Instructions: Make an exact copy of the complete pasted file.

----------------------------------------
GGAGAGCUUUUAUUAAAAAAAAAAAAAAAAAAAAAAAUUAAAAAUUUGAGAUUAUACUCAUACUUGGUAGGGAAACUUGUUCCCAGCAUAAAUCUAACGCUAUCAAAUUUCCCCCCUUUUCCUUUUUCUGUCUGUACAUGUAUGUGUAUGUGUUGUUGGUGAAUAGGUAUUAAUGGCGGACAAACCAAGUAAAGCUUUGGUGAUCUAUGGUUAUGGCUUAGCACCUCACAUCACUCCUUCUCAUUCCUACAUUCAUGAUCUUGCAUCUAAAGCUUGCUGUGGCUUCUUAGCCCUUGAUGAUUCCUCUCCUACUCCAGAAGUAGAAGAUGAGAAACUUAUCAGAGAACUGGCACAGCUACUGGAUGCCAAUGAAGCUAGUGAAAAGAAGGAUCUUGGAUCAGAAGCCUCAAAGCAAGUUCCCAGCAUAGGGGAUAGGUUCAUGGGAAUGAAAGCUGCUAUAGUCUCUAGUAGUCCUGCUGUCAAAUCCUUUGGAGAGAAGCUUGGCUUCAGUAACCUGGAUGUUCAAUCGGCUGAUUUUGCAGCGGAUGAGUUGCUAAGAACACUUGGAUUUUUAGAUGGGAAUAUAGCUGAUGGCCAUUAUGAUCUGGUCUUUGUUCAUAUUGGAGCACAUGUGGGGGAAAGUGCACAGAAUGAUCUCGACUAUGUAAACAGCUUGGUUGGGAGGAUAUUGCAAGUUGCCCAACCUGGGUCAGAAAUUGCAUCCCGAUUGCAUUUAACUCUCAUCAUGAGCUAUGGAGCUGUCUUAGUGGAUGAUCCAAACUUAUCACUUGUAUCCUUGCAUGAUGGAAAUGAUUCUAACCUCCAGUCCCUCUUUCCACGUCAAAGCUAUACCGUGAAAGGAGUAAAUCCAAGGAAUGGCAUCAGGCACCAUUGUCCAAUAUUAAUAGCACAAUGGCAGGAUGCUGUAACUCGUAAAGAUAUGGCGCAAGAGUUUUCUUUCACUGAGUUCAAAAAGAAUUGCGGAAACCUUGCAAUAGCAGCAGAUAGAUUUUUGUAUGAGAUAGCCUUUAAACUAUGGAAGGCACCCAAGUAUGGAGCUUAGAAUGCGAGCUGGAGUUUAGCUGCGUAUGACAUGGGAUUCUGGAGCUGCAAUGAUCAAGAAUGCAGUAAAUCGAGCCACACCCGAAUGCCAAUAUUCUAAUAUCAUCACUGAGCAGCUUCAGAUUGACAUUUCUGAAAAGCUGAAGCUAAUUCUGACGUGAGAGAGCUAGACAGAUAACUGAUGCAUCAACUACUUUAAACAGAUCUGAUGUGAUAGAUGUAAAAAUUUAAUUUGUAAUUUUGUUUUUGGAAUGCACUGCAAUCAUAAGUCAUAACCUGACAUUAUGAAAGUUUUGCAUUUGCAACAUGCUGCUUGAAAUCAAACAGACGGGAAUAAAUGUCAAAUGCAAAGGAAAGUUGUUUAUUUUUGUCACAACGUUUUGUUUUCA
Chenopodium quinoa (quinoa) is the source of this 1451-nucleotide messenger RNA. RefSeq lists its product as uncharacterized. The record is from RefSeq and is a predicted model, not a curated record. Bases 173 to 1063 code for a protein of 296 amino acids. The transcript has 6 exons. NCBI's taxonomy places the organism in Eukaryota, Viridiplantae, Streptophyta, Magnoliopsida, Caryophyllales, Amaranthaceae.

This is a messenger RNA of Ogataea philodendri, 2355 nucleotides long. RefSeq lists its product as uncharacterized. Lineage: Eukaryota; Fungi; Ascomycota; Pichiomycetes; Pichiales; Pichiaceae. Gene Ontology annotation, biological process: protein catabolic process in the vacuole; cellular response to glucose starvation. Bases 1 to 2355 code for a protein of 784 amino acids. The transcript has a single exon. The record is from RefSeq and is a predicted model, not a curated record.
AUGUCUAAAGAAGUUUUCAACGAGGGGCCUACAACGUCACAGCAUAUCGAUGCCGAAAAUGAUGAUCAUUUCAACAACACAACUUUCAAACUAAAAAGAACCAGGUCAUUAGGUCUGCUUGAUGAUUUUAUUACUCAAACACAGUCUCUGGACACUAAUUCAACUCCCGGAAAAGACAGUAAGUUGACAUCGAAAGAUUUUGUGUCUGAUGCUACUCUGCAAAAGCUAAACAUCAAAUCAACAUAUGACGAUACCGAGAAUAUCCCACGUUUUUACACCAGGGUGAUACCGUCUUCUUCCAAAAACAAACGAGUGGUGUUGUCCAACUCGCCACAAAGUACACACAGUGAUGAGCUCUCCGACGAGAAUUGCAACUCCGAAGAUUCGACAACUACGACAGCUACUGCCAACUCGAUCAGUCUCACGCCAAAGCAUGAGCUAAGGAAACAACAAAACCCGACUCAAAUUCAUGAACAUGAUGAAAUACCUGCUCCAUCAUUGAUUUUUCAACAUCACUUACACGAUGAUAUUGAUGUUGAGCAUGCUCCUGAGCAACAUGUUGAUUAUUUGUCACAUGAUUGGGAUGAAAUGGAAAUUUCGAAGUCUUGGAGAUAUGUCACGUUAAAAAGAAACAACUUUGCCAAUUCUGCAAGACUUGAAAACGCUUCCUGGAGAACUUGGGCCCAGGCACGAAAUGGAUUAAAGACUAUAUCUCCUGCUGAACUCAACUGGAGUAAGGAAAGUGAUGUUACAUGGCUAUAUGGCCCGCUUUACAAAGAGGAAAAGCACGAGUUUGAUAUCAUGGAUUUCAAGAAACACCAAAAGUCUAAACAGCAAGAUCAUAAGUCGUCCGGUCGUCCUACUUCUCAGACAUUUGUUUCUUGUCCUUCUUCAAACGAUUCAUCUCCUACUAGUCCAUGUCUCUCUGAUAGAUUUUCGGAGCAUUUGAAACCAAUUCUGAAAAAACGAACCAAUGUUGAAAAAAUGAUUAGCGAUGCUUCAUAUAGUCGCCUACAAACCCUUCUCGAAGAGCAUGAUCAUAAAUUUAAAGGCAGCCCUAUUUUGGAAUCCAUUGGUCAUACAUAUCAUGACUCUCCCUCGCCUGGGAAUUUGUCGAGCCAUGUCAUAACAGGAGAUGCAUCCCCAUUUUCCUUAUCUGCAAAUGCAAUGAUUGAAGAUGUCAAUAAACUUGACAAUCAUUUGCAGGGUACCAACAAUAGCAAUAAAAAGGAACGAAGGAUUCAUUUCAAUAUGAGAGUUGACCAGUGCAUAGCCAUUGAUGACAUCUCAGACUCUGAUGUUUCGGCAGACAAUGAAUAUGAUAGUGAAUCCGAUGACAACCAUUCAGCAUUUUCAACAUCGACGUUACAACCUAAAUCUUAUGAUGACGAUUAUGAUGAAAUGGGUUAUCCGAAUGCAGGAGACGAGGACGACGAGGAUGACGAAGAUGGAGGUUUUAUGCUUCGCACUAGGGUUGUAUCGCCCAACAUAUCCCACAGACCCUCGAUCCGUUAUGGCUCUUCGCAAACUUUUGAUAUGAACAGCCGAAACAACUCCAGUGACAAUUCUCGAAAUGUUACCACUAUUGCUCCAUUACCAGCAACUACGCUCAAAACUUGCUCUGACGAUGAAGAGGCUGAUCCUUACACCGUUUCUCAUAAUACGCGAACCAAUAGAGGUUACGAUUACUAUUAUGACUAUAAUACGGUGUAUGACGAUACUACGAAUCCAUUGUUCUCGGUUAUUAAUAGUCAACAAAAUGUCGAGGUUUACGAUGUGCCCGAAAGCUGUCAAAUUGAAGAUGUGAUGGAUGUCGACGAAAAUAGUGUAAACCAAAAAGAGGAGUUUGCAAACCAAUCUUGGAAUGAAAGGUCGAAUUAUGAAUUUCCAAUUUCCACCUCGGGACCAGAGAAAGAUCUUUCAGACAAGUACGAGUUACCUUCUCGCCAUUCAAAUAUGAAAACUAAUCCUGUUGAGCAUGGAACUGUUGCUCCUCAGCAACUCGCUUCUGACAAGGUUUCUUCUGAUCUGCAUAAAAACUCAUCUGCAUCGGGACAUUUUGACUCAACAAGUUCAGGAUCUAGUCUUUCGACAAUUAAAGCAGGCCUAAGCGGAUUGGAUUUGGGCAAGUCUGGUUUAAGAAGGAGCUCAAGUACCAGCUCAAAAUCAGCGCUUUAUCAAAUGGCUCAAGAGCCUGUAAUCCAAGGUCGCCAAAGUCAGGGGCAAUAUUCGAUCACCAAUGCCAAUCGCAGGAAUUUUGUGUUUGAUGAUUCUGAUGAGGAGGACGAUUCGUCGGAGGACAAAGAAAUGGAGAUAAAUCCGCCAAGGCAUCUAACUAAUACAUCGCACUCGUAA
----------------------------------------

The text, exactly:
GGAGAGCUUUUAUUAAAAAAAAAAAAAAAAAAAAAAAUUAAAAAUUUGAGAUUAUACUCAUACUUGGUAGGGAAACUUGUUCCCAGCAUAAAUCUAACGCUAUCAAAUUUCCCCCCUUUUCCUUUUUCUGUCUGUACAUGUAUGUGUAUGUGUUGUUGGUGAAUAGGUAUUAAUGGCGGACAAACCAAGUAAAGCUUUGGUGAUCUAUGGUUAUGGCUUAGCACCUCACAUCACUCCUUCUCAUUCCUACAUUCAUGAUCUUGCAUCUAAAGCUUGCUGUGGCUUCUUAGCCCUUGAUGAUUCCUCUCCUACUCCAGAAGUAGAAGAUGAGAAACUUAUCAGAGAACUGGCACAGCUACUGGAUGCCAAUGAAGCUAGUGAAAAGAAGGAUCUUGGAUCAGAAGCCUCAAAGCAAGUUCCCAGCAUAGGGGAUAGGUUCAUGGGAAUGAAAGCUGCUAUAGUCUCUAGUAGUCCUGCUGUCAAAUCCUUUGGAGAGAAGCUUGGCUUCAGUAACCUGGAUGUUCAAUCGGCUGAUUUUGCAGCGGAUGAGUUGCUAAGAACACUUGGAUUUUUAGAUGGGAAUAUAGCUGAUGGCCAUUAUGAUCUGGUCUUUGUUCAUAUUGGAGCACAUGUGGGGGAAAGUGCACAGAAUGAUCUCGACUAUGUAAACAGCUUGGUUGGGAGGAUAUUGCAAGUUGCCCAACCUGGGUCAGAAAUUGCAUCCCGAUUGCAUUUAACUCUCAUCAUGAGCUAUGGAGCUGUCUUAGUGGAUGAUCCAAACUUAUCACUUGUAUCCUUGCAUGAUGGAAAUGAUUCUAACCUCCAGUCCCUCUUUCCACGUCAAAGCUAUACCGUGAAAGGAGUAAAUCCAAGGAAUGGCAUCAGGCACCAUUGUCCAAUAUUAAUAGCACAAUGGCAGGAUGCUGUAACUCGUAAAGAUAUGGCGCAAGAGUUUUCUUUCACUGAGUUCAAAAAGAAUUGCGGAAACCUUGCAAUAGCAGCAGAUAGAUUUUUGUAUGAGAUAGCCUUUAAACUAUGGAAGGCACCCAAGUAUGGAGCUUAGAAUGCGAGCUGGAGUUUAGCUGCGUAUGACAUGGGAUUCUGGAGCUGCAAUGAUCAAGAAUGCAGUAAAUCGAGCCACACCCGAAUGCCAAUAUUCUAAUAUCAUCACUGAGCAGCUUCAGAUUGACAUUUCUGAAAAGCUGAAGCUAAUUCUGACGUGAGAGAGCUAGACAGAUAACUGAUGCAUCAACUACUUUAAACAGAUCUGAUGUGAUAGAUGUAAAAAUUUAAUUUGUAAUUUUGUUUUUGGAAUGCACUGCAAUCAUAAGUCAUAACCUGACAUUAUGAAAGUUUUGCAUUUGCAACAUGCUGCUUGAAAUCAAACAGACGGGAAUAAAUGUCAAAUGCAAAGGAAAGUUGUUUAUUUUUGUCACAACGUUUUGUUUUCA
Chenopodium quinoa (quinoa) is the source of this 1451-nucleotide messenger RNA. RefSeq lists its product as uncharacterized. The record is from RefSeq and is a predicted model, not a curated record. Bases 173 to 1063 code for a protein of 296 amino acids. The transcript has 6 exons. NCBI's taxonomy places the organism in Eukaryota, Viridiplantae, Streptophyta, Magnoliopsida, Caryophyllales, Amaranthaceae.

This is a messenger RNA of Ogataea philodendri, 2355 nucleotides long. RefSeq lists its product as uncharacterized. Lineage: Eukaryota; Fungi; Ascomycota; Pichiomycetes; Pichiales; Pichiaceae. Gene Ontology annotation, biological process: protein catabolic process in the vacuole; cellular response to glucose starvation. Bases 1 to 2355 code for a protein of 784 amino acids. The transcript has a single exon. The record is from RefSeq and is a predicted model, not a curated record.
AUGUCUAAAGAAGUUUUCAACGAGGGGCCUACAACGUCACAGCAUAUCGAUGCCGAAAAUGAUGAUCAUUUCAACAACACAACUUUCAAACUAAAAAGAACCAGGUCAUUAGGUCUGCUUGAUGAUUUUAUUACUCAAACACAGUCUCUGGACACUAAUUCAACUCCCGGAAAAGACAGUAAGUUGACAUCGAAAGAUUUUGUGUCUGAUGCUACUCUGCAAAAGCUAAACAUCAAAUCAACAUAUGACGAUACCGAGAAUAUCCCACGUUUUUACACCAGGGUGAUACCGUCUUCUUCCAAAAACAAACGAGUGGUGUUGUCCAACUCGCCACAAAGUACACACAGUGAUGAGCUCUCCGACGAGAAUUGCAACUCCGAAGAUUCGACAACUACGACAGCUACUGCCAACUCGAUCAGUCUCACGCCAAAGCAUGAGCUAAGGAAACAACAAAACCCGACUCAAAUUCAUGAACAUGAUGAAAUACCUGCUCCAUCAUUGAUUUUUCAACAUCACUUACACGAUGAUAUUGAUGUUGAGCAUGCUCCUGAGCAACAUGUUGAUUAUUUGUCACAUGAUUGGGAUGAAAUGGAAAUUUCGAAGUCUUGGAGAUAUGUCACGUUAAAAAGAAACAACUUUGCCAAUUCUGCAAGACUUGAAAACGCUUCCUGGAGAACUUGGGCCCAGGCACGAAAUGGAUUAAAGACUAUAUCUCCUGCUGAACUCAACUGGAGUAAGGAAAGUGAUGUUACAUGGCUAUAUGGCCCGCUUUACAAAGAGGAAAAGCACGAGUUUGAUAUCAUGGAUUUCAAGAAACACCAAAAGUCUAAACAGCAAGAUCAUAAGUCGUCCGGUCGUCCUACUUCUCAGACAUUUGUUUCUUGUCCUUCUUCAAACGAUUCAUCUCCUACUAGUCCAUGUCUCUCUGAUAGAUUUUCGGAGCAUUUGAAACCAAUUCUGAAAAAACGAACCAAUGUUGAAAAAAUGAUUAGCGAUGCUUCAUAUAGUCGCCUACAAACCCUUCUCGAAGAGCAUGAUCAUAAAUUUAAAGGCAGCCCUAUUUUGGAAUCCAUUGGUCAUACAUAUCAUGACUCUCCCUCGCCUGGGAAUUUGUCGAGCCAUGUCAUAACAGGAGAUGCAUCCCCAUUUUCCUUAUCUGCAAAUGCAAUGAUUGAAGAUGUCAAUAAACUUGACAAUCAUUUGCAGGGUACCAACAAUAGCAAUAAAAAGGAACGAAGGAUUCAUUUCAAUAUGAGAGUUGACCAGUGCAUAGCCAUUGAUGACAUCUCAGACUCUGAUGUUUCGGCAGACAAUGAAUAUGAUAGUGAAUCCGAUGACAACCAUUCAGCAUUUUCAACAUCGACGUUACAACCUAAAUCUUAUGAUGACGAUUAUGAUGAAAUGGGUUAUCCGAAUGCAGGAGACGAGGACGACGAGGAUGACGAAGAUGGAGGUUUUAUGCUUCGCACUAGGGUUGUAUCGCCCAACAUAUCCCACAGACCCUCGAUCCGUUAUGGCUCUUCGCAAACUUUUGAUAUGAACAGCCGAAACAACUCCAGUGACAAUUCUCGAAAUGUUACCACUAUUGCUCCAUUACCAGCAACUACGCUCAAAACUUGCUCUGACGAUGAAGAGGCUGAUCCUUACACCGUUUCUCAUAAUACGCGAACCAAUAGAGGUUACGAUUACUAUUAUGACUAUAAUACGGUGUAUGACGAUACUACGAAUCCAUUGUUCUCGGUUAUUAAUAGUCAACAAAAUGUCGAGGUUUACGAUGUGCCCGAAAGCUGUCAAAUUGAAGAUGUGAUGGAUGUCGACGAAAAUAGUGUAAACCAAAAAGAGGAGUUUGCAAACCAAUCUUGGAAUGAAAGGUCGAAUUAUGAAUUUCCAAUUUCCACCUCGGGACCAGAGAAAGAUCUUUCAGACAAGUACGAGUUACCUUCUCGCCAUUCAAAUAUGAAAACUAAUCCUGUUGAGCAUGGAACUGUUGCUCCUCAGCAACUCGCUUCUGACAAGGUUUCUUCUGAUCUGCAUAAAAACUCAUCUGCAUCGGGACAUUUUGACUCAACAAGUUCAGGAUCUAGUCUUUCGACAAUUAAAGCAGGCCUAAGCGGAUUGGAUUUGGGCAAGUCUGGUUUAAGAAGGAGCUCAAGUACCAGCUCAAAAUCAGCGCUUUAUCAAAUGGCUCAAGAGCCUGUAAUCCAAGGUCGCCAAAGUCAGGGGCAAUAUUCGAUCACCAAUGCCAAUCGCAGGAAUUUUGUGUUUGAUGAUUCUGAUGAGGAGGACGAUUCGUCGGAGGACAAAGAAAUGGAGAUAAAUCCGCCAAGGCAUCUAACUAAUACAUCGCACUCGUAA